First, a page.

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Nintendo have no immediate plans for game streaming

Nintendo Building Sign

Japanese gaming giant Nintendo have a habit of doing things their own way. The approach can be a little hit and miss – for every Wii there is a Wii U – but sticking to their guns has worked well for Nintendo in the long run.

It is perhaps understandable, therefore, that the firm have no immediate plans to enter the world of game streaming. Nintendo of America’s senior director of corporate communications Charlie Scibetta confirmed as much in an interview with TechCrunch. “Streaming is certainly interesting technology,” he conceded, adding that Nintendo is “evaluating it” but that “we don’t have anything to announce right now in terms of adopting that technology. For us, it’s still physical and it’s digital downloads through our eShop.”

Nintendo’s eShop has been a successful venture. However, to an extent the company had to be dragged, kicking and screaming, into the world of online game sales. One of the few criticisms aimed at the Nintendo Switch at its launch was the lack of online content and play options, a stark contrast with the PlayStation 4 and Xbox One, which heavily push their online gaming services.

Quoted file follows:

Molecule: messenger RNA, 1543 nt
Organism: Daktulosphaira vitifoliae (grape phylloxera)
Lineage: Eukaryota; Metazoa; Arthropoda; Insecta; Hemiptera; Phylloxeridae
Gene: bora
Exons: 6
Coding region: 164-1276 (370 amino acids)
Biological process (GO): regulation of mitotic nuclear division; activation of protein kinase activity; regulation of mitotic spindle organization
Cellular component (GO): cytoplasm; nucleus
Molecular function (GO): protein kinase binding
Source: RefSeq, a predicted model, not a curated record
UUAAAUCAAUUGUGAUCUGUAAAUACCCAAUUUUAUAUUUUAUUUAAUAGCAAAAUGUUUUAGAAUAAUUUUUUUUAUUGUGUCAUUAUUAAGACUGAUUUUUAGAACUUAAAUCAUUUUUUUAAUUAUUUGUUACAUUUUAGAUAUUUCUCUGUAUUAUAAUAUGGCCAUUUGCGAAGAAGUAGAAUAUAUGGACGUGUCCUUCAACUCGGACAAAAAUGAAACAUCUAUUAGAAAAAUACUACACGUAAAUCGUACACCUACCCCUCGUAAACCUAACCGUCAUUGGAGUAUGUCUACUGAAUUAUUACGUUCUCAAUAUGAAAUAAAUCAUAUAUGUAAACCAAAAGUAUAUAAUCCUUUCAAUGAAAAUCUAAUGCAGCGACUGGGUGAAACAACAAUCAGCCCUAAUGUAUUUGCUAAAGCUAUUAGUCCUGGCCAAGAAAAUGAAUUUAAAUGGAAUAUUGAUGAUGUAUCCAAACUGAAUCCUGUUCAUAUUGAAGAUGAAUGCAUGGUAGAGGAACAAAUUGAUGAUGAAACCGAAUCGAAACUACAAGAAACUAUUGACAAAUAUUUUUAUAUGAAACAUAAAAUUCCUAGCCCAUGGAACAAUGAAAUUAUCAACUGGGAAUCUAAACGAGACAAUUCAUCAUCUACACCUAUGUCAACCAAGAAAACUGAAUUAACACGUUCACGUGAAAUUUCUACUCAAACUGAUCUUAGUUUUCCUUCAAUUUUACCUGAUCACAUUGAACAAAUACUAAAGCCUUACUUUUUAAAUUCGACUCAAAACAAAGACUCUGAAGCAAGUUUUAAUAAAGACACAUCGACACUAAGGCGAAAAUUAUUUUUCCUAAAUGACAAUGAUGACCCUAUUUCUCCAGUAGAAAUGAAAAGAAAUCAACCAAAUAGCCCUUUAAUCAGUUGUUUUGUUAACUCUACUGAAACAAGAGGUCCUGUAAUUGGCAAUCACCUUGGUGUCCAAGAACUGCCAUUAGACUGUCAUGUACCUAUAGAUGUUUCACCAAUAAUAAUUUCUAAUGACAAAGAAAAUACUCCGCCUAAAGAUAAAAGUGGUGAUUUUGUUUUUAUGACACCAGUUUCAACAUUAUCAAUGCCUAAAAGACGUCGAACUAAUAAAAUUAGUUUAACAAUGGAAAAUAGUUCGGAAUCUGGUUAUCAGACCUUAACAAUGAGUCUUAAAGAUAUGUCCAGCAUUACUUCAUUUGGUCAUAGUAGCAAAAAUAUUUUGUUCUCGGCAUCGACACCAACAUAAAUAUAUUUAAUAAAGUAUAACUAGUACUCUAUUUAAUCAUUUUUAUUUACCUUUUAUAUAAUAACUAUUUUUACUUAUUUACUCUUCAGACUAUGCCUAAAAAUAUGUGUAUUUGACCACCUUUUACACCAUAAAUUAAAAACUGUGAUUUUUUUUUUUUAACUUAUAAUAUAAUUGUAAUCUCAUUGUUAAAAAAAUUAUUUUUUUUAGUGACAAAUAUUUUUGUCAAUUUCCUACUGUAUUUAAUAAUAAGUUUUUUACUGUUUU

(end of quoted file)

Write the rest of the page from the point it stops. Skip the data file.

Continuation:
Of course, if sales on the Nintendo eShop and subscriptions to Nintendo Switch Online continue to prove so profitable, the company may be encouraged to take a gamble on cloud technology.

2019 looks set to be a key year for cloud gaming. Google’s Stadia is set to launch later in the year and its success will be closely monitored by the industry. Microsoft’s Project xCloud, an attempt to create a “Netflix of games” is also set to preview this year.

Doubts have been raised about both projects. Google is a powerful company, but do enough people have internet connections that are fast and reliable enough to stream games without lag? Will there be enough exclusive titles on the site to draw Xbox, PlayStation and Nintendo devotees away from their native devices?

Nintendo will be among those monitoring the performance of Stadia and other fledgling streaming services. They clearly plan to bide their time before committing resources to streaming.

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